CHOREOGRAPHER NANCY McCaleb of San Diego swears by the notion of "synchronicity." You won't find the word in the dictionary but that doesn't stop it from happening to McCaleb all the time anyway. What is it? "Coincidences happen! And they happen when you need them."
It was synchronicity that got McCaleb together with Tenth Street Danceworks for this weekend's collaborative concert with The Tucson Symphony Orchestra String Quartet at the Pima Community College Center for the Arts. Charlotte Adams, Tenth Street's artistic director, had gone to San Diego for a dance conference a year ago and found herself captivated by a performance of McCaleb's company, the renowned Isaacs, McCaleb and Dancers.
"It turns out Charlotte and I both studied with a former José Limon dancer, Betty Jones. I studied with her in Hawaii. She's a really famous dance teacher. So Charlotte and I had an affinity for each other's movement."
That shared background developed into a happy collaboration that has both women singing the other's praises. McCaleb came to Tucson to choreograph a new piece on the Tenth Street dancers, whom she describes as a "real solid group. They understand my body language and vocabulary. I would hardly say anything and they would get what I meant." For her part, Adams says, "It was the best experience I've had working with another artist." Adams knows whereof she speaks. McCaleb and the TSO String Quartet are just the latest in a long line of collaborators with Tenth Street. Over the last several years, Adams has ushered the company through a series of "artistic collisions" with groups as wildly diverse as a gospel choir and the Tucson Police SWAT team.
The new McCaleb work, "Tango Matador," premieres Friday night in the Strings Attached concert. It's a "modern dance that's tango-esque," McCaleb says. The TSO quartet, with David Rise and Michael Russell on violins, Ilona Gay on viola and Mary Beth Tyndall on cello, will accompany the five dancers with a piece by Argentine tango composer Astor Piazzolla. Dancing will be Tenth Streeters Thom Lewis, Paulette Cauthorn, Chieko Imada, Caryl Clement and Adams herself.
A little bit of synchronicity was at play here, too. At the beginning of the project (which, by the way, was funded in part by the now-threatened Arizona Commission on the Arts), Adams sent McCaleb a tape of pieces that the TSO quartet was interested in playing at the concert. From the tape, McCaleb picked out a Torina work she liked called "Bullfighter's Prayer." When McCaleb got to Tucson, she says, she took one look at Lewis, tall, slim and dark-haired, and said, "My God! The matador."
So she was hard at work thinking matador moves, when violist Gay took her aside and told her the musicians had decided they'd rather play something a little more upbeat, such as the tango music by Piazzolla. "I had started the dance with the bullfighter in my mind and I had gotten quite far along," McCaleb remembers. "So I did a little research. I went to Hear's Music (in Tucson) and asked, 'Do you guys have any Spanish tango?' " They did. It turns out, she says, that tango was all the rage in Barcelona in the 1920s and the music was right there on an old record.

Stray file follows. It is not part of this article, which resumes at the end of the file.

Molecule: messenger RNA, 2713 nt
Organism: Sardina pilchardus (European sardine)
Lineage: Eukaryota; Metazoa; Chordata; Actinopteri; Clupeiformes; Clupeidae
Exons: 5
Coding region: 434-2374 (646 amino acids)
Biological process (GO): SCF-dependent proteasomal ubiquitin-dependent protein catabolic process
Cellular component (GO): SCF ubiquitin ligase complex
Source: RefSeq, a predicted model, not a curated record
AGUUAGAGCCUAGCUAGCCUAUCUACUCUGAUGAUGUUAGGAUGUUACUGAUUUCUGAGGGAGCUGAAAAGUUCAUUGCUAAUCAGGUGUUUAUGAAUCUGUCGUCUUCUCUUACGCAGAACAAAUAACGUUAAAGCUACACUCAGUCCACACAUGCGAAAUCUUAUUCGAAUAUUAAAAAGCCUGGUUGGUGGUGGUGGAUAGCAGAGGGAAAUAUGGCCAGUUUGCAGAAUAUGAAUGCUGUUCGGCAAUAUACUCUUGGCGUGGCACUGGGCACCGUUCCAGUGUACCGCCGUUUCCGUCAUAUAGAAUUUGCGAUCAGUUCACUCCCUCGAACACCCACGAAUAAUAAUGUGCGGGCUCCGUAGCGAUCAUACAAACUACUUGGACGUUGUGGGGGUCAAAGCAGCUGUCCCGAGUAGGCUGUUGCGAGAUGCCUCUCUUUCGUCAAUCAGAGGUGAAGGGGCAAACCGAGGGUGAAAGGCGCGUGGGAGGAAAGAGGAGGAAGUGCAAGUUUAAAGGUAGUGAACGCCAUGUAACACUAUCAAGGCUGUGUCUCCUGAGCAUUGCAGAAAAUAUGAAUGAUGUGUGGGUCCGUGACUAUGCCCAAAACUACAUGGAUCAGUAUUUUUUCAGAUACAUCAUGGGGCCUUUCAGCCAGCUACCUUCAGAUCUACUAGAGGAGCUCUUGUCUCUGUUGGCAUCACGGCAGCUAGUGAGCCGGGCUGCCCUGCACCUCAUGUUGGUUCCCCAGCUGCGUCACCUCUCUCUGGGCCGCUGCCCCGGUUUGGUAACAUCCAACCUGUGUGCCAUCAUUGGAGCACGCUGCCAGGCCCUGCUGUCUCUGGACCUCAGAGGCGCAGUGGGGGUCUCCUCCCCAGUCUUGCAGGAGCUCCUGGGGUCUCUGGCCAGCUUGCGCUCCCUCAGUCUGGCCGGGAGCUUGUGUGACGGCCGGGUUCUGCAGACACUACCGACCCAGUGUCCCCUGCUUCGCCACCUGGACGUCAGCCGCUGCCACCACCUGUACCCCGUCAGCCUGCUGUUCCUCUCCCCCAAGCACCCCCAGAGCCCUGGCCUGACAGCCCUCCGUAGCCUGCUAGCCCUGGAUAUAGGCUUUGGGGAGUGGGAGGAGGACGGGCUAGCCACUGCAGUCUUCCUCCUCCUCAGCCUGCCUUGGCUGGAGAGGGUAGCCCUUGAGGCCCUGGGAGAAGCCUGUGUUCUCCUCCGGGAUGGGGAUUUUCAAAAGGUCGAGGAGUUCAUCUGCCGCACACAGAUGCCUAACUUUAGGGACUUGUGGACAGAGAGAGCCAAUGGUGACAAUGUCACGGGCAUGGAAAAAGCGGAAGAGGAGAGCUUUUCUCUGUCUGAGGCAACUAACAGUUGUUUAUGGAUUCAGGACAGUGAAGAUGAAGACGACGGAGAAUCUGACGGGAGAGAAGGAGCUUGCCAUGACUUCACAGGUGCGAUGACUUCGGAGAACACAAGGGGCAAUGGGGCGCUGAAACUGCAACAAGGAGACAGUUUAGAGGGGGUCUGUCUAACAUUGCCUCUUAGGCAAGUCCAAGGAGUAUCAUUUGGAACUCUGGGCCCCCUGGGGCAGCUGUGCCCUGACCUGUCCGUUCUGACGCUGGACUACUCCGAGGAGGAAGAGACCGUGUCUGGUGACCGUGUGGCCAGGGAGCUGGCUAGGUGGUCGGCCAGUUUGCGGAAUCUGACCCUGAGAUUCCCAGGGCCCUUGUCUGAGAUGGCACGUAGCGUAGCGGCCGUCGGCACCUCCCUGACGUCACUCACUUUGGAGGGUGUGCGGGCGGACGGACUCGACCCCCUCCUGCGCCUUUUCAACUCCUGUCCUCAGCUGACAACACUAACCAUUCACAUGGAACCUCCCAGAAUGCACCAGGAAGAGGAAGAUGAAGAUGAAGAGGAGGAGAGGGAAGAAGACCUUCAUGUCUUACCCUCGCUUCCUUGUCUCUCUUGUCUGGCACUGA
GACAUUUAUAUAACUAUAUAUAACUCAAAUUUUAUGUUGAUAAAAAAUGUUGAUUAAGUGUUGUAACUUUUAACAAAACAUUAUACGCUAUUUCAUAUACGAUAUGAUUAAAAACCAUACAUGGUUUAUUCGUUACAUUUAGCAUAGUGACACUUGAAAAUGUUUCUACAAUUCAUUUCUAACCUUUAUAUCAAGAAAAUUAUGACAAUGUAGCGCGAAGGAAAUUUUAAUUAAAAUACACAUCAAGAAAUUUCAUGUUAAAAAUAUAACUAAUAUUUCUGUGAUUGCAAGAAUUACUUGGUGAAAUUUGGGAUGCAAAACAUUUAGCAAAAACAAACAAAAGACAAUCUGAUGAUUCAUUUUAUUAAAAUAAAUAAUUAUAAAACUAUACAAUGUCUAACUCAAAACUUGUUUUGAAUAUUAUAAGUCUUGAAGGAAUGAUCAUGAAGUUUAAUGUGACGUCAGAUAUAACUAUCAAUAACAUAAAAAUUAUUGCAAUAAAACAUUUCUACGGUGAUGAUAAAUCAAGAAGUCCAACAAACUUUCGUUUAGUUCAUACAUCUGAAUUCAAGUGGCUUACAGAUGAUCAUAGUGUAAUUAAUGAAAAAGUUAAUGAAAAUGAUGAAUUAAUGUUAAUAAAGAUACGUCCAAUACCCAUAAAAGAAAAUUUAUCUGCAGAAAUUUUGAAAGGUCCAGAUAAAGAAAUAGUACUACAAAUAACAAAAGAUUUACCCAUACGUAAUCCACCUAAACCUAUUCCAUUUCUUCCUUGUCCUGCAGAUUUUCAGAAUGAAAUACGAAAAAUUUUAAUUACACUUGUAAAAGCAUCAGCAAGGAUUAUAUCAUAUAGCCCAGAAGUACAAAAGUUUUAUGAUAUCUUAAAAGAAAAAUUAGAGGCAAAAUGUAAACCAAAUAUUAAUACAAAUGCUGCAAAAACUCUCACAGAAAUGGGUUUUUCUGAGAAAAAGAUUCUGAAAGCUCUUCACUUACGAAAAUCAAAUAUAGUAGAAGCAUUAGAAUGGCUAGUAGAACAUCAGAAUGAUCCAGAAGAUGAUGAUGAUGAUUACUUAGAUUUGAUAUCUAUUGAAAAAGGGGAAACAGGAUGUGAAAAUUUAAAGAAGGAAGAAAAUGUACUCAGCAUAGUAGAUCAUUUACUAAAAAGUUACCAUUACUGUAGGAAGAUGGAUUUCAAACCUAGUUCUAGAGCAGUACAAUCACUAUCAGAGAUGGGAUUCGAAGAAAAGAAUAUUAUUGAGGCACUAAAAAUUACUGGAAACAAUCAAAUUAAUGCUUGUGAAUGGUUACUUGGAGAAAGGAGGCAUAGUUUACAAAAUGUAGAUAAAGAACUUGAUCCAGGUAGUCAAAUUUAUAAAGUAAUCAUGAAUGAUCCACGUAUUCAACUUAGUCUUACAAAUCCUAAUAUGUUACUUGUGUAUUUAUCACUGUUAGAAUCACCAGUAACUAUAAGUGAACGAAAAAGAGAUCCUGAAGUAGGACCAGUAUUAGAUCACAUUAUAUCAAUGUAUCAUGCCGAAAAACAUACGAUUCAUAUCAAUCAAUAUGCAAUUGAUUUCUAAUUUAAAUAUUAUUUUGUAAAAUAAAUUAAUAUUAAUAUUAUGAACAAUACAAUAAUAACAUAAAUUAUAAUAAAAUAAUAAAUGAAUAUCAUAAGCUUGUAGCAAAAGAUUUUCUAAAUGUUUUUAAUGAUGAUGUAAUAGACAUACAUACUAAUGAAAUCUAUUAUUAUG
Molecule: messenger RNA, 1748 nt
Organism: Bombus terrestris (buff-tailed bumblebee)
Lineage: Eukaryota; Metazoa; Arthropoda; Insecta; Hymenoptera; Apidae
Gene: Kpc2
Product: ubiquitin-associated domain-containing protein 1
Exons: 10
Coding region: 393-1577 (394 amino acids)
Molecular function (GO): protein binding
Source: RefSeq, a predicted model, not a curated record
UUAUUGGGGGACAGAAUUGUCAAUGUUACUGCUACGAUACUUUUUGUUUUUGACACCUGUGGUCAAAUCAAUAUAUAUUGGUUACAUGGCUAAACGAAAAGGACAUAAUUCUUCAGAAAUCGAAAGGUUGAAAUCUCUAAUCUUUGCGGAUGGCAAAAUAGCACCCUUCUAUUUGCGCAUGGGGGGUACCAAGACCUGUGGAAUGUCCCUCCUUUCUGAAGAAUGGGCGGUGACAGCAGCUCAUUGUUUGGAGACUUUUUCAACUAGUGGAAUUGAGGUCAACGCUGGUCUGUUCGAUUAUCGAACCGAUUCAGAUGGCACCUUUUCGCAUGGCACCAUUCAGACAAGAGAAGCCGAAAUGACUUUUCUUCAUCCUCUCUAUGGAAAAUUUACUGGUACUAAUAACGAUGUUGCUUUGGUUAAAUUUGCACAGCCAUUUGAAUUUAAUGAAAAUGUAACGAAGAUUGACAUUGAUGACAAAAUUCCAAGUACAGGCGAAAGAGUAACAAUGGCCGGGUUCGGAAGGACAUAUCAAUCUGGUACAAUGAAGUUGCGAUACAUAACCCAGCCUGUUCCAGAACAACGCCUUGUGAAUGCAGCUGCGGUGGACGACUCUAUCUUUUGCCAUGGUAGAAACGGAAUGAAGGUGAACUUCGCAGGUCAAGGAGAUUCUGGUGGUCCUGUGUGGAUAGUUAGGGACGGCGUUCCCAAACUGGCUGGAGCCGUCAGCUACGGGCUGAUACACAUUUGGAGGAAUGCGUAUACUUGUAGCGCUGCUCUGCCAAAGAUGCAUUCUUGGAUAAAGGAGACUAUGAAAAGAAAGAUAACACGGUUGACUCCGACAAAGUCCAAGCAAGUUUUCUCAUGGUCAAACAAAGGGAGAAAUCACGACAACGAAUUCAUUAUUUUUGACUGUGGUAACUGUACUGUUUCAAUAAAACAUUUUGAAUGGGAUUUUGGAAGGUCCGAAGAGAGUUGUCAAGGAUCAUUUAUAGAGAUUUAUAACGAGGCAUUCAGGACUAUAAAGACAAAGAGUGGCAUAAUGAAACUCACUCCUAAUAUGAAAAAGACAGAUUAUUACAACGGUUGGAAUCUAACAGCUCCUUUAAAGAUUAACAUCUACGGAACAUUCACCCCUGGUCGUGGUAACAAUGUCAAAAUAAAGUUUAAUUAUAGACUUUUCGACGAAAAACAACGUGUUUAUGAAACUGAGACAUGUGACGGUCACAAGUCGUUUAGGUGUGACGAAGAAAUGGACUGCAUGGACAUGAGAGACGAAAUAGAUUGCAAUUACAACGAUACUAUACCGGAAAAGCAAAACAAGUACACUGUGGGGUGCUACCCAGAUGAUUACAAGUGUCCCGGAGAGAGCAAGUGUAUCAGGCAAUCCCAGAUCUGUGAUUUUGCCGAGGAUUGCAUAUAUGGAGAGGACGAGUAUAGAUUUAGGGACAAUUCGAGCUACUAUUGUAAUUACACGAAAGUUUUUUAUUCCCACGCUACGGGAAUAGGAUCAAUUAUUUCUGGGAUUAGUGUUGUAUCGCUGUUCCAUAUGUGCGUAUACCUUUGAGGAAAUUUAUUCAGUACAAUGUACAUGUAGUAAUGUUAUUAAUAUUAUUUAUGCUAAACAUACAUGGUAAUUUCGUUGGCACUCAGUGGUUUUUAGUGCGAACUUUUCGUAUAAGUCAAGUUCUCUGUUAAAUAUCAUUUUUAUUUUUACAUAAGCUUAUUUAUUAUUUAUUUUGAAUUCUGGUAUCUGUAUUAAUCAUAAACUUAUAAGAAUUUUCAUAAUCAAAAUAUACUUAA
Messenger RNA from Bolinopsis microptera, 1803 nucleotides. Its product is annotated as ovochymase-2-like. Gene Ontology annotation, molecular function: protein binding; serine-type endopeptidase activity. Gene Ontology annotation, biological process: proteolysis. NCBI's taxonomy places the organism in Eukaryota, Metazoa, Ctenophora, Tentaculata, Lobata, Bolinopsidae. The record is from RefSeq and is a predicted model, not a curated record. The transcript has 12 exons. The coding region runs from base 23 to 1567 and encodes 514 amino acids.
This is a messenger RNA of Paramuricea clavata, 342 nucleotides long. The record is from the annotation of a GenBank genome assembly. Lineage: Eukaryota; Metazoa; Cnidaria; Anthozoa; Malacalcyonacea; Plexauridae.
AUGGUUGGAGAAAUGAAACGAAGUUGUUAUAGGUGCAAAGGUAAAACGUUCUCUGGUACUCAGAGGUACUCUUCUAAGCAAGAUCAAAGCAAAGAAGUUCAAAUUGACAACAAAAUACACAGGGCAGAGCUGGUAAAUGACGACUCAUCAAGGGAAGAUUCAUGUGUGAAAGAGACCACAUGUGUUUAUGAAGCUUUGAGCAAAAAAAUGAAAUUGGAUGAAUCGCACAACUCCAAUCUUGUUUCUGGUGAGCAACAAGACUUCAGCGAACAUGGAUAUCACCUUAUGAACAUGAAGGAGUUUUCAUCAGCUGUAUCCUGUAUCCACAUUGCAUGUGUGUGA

The upshot was that McCaleb mixed her metaphors, brewing in Argentine tango music with Spanish tango and bullfight moves. "It worked for me to do this funny tango/bullfight piece," she says. "I'm using this old 78 RPM tango from the '20s and I mixed it with the sounds of the bullfight and fanfare. Then at the right moment the quartet comes in with the Piazzolla tango."
Isaacs, McCaleb and dancers will also come to town to perform in the concert. They're doing another McCaleb piece, "Café Apasionado," a work for eight dancers also set to tango music, this time taped. Why the proliferation of tango-inspired dances? Just last weekend, A Ludwig Dancers of Tempe performed still another tango at the Arizona Contemporary Dance Festival. "The music just gives you so much," says McCaleb, who saw the festival. "But my piece is very different from Ann Ludwig's. Hers was a real period piece."
Tenth Street will also offer up some dances of their own. An Adams duet, the knockout "If Love Could Die," also seen in the festival, will be performed to taped choral music, but the string quartet will play for the other two. Kevin Schroder will contribute a new trio, as yet untitled, set to Borodin's "Nocturne," and danced by Cauthorn, Clement and Schroder himself. Adams premieres "My Love," a duet for Amada and Carolyn Minor, with music by Dvorak. The quartet will also offer up musical interludes between the Tenth Street pieces.
"It's very exciting to have live music," Adams says.
"There's something so great about live music," McCaleb echoes, in symmetry, if not in synchronicity. "It's just different. There are interactions between dancers and live musicians. And they might help to bring Tenth Street a new audience."
Strings Attached presented by Tenth Street Danceworks and the Tucson Symphony Orchestra String Quartet, will begin at 8 p.m. Friday and Saturday, February 17 and 18, at the Pima Community College Center for the Arts, 2202 W. Anklam Road. Regular tickets are $10; students and seniors get a $2 discount. You can buy them at Dillard's, at the door or by calling 795-6980.
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